Stinkbug, the common name for a family of insects. There are thousands of species, found in most parts of the world. Stinkbugs are so named because they secrete a foul-smelling liquid that is repulsive to most predators. Most stinkbugs are dull in color, usually gray or brown, but some are such colors as black (often with red or orange markings), green, or blue. They generally range from 1/4 to 1/2 an inch (6 to 13 mm) in length. Some species are serious pests of such crops as cotton and cabbage; others are beneficial because they feed on other harmful insects. One of the best-known North American species, the harlequin cabbage stinkbug, is destructive to plants of the mustard family.
A stinkbug gives off a very bad smell if it is bothered. The smell comes from a stinky liquid that flows from two glands on the bug’s thorax. Once released, the odor remains on whatever the stink bug touches. To most predators, a stinkbug tastes as bad as it smells. Many birds spit out stinkbugs right after biting into them. However, other birds don’t seem to mind a stinkbug’s taste.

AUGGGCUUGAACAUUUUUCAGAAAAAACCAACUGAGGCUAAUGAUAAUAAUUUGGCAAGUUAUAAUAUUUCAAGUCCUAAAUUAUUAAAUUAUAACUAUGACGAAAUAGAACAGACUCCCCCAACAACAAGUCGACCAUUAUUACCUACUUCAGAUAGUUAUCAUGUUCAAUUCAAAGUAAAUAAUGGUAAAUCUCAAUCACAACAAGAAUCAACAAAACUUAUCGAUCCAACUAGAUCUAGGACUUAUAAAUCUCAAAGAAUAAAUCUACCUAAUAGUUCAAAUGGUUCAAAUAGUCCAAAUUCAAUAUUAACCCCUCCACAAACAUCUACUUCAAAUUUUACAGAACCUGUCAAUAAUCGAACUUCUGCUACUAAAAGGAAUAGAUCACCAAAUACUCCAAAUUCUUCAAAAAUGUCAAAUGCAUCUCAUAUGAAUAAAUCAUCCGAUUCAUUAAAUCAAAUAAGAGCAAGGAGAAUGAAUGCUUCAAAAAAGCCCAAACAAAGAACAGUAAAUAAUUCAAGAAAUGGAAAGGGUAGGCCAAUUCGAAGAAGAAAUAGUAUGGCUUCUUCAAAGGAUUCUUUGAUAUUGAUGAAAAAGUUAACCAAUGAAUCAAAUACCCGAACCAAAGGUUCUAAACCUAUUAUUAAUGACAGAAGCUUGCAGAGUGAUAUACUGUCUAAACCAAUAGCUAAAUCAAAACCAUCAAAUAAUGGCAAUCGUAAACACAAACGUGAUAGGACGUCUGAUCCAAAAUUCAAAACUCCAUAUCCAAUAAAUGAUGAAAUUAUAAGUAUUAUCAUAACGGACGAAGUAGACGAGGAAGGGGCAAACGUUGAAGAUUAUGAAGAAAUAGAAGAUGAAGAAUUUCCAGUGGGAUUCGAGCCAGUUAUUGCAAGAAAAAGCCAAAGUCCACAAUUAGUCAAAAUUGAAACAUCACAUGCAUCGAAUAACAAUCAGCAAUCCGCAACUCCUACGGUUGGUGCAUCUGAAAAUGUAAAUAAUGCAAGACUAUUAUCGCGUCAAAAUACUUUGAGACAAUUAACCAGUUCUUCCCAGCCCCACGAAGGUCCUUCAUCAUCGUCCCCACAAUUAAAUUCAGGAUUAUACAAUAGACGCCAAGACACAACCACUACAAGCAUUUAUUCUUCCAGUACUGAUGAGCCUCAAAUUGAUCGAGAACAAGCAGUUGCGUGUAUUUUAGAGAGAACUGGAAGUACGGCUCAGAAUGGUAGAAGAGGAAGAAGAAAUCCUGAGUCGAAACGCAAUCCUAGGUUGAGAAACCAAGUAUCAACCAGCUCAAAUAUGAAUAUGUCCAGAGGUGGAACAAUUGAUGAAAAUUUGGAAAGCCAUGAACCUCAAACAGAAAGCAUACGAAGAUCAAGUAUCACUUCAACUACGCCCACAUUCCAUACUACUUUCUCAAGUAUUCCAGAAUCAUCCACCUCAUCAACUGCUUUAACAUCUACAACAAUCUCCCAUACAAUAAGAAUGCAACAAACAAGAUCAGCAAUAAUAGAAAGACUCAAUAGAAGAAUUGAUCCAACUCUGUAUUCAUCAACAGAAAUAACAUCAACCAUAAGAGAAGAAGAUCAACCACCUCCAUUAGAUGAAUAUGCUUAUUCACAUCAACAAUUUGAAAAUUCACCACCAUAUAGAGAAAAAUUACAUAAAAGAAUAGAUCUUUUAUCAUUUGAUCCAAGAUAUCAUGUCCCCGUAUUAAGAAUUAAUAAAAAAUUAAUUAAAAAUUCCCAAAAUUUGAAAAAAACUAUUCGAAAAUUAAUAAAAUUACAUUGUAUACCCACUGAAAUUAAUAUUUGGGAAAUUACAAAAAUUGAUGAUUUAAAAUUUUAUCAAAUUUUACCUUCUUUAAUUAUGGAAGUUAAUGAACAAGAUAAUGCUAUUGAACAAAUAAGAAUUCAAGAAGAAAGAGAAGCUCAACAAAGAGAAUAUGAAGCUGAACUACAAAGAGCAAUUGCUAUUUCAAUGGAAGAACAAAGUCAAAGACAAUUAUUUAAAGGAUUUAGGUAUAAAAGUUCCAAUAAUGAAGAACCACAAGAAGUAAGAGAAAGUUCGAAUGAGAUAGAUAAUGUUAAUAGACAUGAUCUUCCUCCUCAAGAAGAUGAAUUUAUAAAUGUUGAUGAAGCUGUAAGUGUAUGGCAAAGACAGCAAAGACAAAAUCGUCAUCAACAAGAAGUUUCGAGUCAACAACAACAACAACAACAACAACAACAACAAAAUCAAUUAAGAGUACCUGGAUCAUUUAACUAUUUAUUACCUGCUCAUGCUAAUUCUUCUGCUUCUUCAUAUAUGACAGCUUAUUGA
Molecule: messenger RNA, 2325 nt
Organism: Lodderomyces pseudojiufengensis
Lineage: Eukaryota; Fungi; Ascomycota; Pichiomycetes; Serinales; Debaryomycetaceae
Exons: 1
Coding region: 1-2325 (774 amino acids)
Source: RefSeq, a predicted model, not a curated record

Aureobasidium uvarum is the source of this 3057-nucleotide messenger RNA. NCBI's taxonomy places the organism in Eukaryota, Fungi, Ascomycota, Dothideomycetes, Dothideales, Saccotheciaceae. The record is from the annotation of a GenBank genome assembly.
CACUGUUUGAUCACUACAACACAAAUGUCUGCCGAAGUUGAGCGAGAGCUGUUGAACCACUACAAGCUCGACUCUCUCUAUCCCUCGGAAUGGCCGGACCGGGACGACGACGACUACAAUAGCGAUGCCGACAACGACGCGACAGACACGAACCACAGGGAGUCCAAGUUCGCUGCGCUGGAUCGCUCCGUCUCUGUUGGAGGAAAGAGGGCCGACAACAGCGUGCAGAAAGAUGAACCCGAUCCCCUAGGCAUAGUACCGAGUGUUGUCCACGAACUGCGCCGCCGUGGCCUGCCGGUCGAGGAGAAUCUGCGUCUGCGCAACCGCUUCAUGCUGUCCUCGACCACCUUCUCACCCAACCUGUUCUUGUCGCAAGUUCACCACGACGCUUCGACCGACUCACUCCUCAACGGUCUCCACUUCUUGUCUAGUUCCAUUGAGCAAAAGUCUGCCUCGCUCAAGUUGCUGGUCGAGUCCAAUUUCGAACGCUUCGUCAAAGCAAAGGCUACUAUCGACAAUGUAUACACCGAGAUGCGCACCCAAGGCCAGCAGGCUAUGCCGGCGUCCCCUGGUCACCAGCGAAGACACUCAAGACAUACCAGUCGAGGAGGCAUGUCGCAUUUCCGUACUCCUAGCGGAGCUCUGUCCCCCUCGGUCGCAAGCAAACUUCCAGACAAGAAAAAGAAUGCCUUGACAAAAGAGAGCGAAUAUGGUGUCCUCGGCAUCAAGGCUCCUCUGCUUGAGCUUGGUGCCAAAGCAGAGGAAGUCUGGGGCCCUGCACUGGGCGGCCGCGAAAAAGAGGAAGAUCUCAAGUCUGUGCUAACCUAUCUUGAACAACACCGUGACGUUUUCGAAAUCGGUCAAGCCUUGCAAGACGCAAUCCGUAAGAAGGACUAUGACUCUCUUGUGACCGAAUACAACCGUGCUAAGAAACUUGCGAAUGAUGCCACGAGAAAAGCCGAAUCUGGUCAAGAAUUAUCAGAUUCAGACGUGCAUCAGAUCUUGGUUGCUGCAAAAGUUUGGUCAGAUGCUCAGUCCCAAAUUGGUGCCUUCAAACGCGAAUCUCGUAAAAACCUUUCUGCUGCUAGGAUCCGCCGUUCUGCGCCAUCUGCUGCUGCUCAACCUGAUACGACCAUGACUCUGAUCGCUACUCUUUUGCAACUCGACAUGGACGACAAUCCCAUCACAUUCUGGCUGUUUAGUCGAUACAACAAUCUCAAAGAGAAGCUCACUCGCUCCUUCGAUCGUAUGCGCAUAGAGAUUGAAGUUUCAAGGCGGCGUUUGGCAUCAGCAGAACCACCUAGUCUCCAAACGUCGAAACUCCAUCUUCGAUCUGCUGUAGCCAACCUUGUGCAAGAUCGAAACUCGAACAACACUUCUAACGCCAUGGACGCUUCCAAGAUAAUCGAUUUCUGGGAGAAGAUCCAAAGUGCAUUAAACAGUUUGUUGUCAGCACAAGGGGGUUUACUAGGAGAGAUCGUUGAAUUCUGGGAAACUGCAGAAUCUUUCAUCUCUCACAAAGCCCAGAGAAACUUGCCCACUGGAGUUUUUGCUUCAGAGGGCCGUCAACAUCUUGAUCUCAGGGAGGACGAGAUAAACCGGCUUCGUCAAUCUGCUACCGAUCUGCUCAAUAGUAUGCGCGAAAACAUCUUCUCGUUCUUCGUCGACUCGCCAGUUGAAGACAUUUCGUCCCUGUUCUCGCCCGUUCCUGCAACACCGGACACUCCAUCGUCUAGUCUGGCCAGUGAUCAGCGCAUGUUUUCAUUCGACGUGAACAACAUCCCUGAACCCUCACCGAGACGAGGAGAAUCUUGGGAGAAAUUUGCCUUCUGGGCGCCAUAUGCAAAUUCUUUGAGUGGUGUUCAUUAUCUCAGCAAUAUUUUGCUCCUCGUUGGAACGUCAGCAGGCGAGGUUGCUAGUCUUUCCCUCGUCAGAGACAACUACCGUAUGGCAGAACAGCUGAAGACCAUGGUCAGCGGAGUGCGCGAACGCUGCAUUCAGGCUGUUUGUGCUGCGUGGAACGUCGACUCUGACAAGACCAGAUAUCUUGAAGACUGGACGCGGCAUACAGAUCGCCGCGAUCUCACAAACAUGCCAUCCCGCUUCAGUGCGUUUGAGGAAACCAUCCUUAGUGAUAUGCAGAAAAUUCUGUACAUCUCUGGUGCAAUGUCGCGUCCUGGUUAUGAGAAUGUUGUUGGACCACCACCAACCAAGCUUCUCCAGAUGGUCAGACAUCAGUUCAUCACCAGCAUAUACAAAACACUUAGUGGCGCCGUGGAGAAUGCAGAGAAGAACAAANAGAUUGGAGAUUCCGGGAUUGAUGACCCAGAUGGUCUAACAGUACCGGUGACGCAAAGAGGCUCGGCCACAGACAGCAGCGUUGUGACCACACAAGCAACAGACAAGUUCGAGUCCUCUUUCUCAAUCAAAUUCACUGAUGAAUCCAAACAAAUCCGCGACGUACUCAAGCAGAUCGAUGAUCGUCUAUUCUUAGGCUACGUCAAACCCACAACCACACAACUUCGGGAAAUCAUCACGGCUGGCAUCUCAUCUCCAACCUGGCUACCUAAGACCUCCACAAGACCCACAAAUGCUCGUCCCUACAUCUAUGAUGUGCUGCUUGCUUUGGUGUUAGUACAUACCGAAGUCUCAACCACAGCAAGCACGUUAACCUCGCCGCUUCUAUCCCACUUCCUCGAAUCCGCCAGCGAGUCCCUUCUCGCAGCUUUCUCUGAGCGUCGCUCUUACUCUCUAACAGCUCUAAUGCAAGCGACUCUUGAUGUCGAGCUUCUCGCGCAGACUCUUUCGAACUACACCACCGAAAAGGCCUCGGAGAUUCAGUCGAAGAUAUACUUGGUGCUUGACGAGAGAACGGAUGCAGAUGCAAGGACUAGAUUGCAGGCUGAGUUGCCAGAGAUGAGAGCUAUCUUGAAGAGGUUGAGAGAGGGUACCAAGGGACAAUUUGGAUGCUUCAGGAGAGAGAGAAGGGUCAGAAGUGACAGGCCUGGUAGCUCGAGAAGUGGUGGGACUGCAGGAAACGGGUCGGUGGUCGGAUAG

Most kinds of stinkbugs suck the juices of plants. Some kinds suck the body fluids of insects. Others feed on both plants and insects. Plant-sucking stinkbugs feed on the juices of young fruits and seeds. Some also suck the sap from plants as well as the nectar from flowers. Green stinkbugs often suck on crops like soybeans, rice, and tomatoes.
Some stinkbugs can greatly damage a farmer’s crops. But others can be helpful to farmers. The helpful stinkbugs kill other insects that do more harm to plants than they do themselves. Such insects include certain types of beetles and caterpillars and even some other stinkbugs.